Thursday night was way more focused than Wednesday, with two must-see gigs on the Complex itinerary: Lil Wayne’s #DEWeezy show, a Mountain Dew sponsored event at The Austin Music Hall and The Warner Sound Urban Night showcase at La Zona Rosa featuring B.o.B, his Grand Hustle captain T.I. and Maybach Music Group’s Stalley, Meek Mill, and Wale.
Of course, they happened at the same time. Fortunately, Complex Music had both bases covered. I posted up at La Zona and our Rob Kenner held down Austin Music Hall. Here’s how our evenings went.
The Warner Sound Urban Night
From jump, it was obvious SXSW’s hip-hop nation was a divided one. La Zona Rosa wasn’t nearly as packed as it could have been, with about a quarter of the room empty, presumably because Young Money skater dude Lil Wayne was rocking just blocks away. Fans of MMG, Grand Hustle, and YMCMB had some difficult decisions to make. Those who picked the Warner showcase didn’t appear to regret their choice at all.
B.o.B—dressed in a chambray shirt, yellow snapback hat, and red pants—hit the stage with his full band around 11pm and launched into the grisly “Beast Mode.” From there he quickly transitioning to the lighthearted “Magic,” with long-haired vixens dancing alongside him.
Then T.I. tore through. “It’s the king, bitch,” he yelled to the delight of many in attendance before launching into a tornado of angry hits—“I’m Back,” “Rubber Band Man,” and “You Don’t Know Me.” In a white San Antonio Spurs snapback and a gray Billionaire Boys Club sweatshirt with dog tags dangling from his neck, Tip let crowd know he was glad to be at SXSW. “You know I've never been here before,” he said. “We gon' turn up. Let's ride." And then “What You Know" exploded out of the speakers.
The best part about B.o.B and T.I.’s set is that it was clearly a partnership. Tip obviously has more smashes on his stat sheet, but his Grand Hustle brethren splashed in a few of his own, like “Don’t Let Me Fall” and “Nothin’ on You.” While T.I. closed with “Whatever You Like.” In short, they killed.
When it came to the Maybach crew, the focus was more about who wasn’t there than who was. The collective had originally been scheduled to hit the stage before Tip and B.o.B, so when the lineup was switched to have them close out the night, whispers ran rampant that the Bawse himself might be joining the trio.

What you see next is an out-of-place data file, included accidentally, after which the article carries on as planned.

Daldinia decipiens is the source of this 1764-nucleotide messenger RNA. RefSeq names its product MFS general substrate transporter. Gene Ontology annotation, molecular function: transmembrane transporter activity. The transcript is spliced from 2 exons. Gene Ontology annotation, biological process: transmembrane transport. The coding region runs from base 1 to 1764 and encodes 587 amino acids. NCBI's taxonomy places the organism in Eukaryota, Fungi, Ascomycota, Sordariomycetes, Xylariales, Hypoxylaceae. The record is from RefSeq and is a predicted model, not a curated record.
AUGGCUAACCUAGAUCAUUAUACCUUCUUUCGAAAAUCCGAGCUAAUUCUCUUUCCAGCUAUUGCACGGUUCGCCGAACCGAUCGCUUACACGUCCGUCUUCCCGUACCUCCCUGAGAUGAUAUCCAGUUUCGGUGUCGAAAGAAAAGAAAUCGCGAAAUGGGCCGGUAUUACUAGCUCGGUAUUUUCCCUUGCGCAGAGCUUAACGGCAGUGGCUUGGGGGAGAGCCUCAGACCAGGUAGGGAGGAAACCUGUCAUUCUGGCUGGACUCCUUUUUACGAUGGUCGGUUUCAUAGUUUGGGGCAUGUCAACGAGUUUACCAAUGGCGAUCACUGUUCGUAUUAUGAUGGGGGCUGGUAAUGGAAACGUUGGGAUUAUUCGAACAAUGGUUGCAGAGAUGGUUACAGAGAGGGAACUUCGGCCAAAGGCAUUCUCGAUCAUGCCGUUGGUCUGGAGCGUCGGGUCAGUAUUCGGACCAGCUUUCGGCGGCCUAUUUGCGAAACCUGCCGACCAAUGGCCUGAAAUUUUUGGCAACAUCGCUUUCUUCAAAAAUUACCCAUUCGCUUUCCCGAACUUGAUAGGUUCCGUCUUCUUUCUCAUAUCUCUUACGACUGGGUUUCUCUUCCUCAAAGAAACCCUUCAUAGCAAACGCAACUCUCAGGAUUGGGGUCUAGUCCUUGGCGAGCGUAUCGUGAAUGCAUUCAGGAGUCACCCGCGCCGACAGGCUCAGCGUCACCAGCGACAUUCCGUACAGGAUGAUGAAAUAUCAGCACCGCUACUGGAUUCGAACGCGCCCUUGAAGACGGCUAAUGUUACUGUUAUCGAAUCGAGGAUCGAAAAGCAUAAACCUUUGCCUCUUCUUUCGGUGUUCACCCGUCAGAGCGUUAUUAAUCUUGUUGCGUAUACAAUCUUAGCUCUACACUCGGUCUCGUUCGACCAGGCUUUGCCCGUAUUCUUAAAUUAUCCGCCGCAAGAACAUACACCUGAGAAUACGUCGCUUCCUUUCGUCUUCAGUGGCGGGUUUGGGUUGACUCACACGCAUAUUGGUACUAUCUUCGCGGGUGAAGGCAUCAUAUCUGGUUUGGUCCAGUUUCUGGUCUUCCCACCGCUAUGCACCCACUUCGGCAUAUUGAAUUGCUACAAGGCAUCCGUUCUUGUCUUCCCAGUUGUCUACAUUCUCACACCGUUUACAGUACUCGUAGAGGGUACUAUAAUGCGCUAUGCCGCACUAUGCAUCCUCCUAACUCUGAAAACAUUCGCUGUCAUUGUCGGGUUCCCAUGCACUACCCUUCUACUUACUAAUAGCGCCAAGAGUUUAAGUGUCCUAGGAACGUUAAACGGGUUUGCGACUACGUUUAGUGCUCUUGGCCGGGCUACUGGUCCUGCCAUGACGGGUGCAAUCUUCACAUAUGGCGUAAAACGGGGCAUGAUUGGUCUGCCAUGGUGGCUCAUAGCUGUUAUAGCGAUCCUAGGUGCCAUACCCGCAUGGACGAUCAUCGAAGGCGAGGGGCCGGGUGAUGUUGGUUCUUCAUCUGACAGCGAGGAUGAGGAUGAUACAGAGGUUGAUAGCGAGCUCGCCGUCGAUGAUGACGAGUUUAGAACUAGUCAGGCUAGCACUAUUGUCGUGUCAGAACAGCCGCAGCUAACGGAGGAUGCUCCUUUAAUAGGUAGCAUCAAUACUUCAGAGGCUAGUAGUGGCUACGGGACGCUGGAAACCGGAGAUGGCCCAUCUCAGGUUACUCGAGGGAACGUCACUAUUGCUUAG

Although Rick Ross didn’t show, his MMG family were nothing to slouch at. Stalley’s blue collar rhymes set the table for Meek’s treacherous raps. In a red and leopard-sleeved hoodie and blue jeans, the Philly spitter launched into his bangers. It was creeping towards 1am and he sensed the crowd’s exhaustion.
But with all the work it took for him to make it to the show—he had missed his flight earlier that day but somehow made it to the stage in time—he wasn’t trying to see any long faces. “You know how many flights I had to catch to get here,” he asked before bringing out Yo Gotti for “Don’t Panic” and wrapped with “House Party.”
Next up was Wale, retro fresh wearing Michael Jordan’s 1996 NBA All Star jersey and a skully. Apparently, he’d just learned that time wasn’t on his side. "I got 20 minutes to change your life," he informed the audience and then got down to business. Folarin and his band smoothed things out with his biggest hit yet, “Lotus Flower Bomb.” Then he brought the ruckus, jumping into the crowd for “Tats on My Arm,” which lifted their spirits. MMG’s set was every bit as solid as Grand Hustle’s, really. It’s too bad more people didn’t get to see it.
"I wish we could have spent more time together,” Wale said before he left. I hate these conditions.” Me too.
With a billboard on the highway in from the airport, wrapped vehicles on the streets, and posters on every lamp post in town, Lil Wayne’s DEWeezy campaign was the worst-kept secret in Austin, Texas. Although details of last night’s YMCMB concert at the Austin Music Hall were kept under wraps until the day of the show, by 8pm there was an enormous line down 3rd Street, several massive tour buses parked behind the venue, and the unmistakable Young Money excitement was in the air.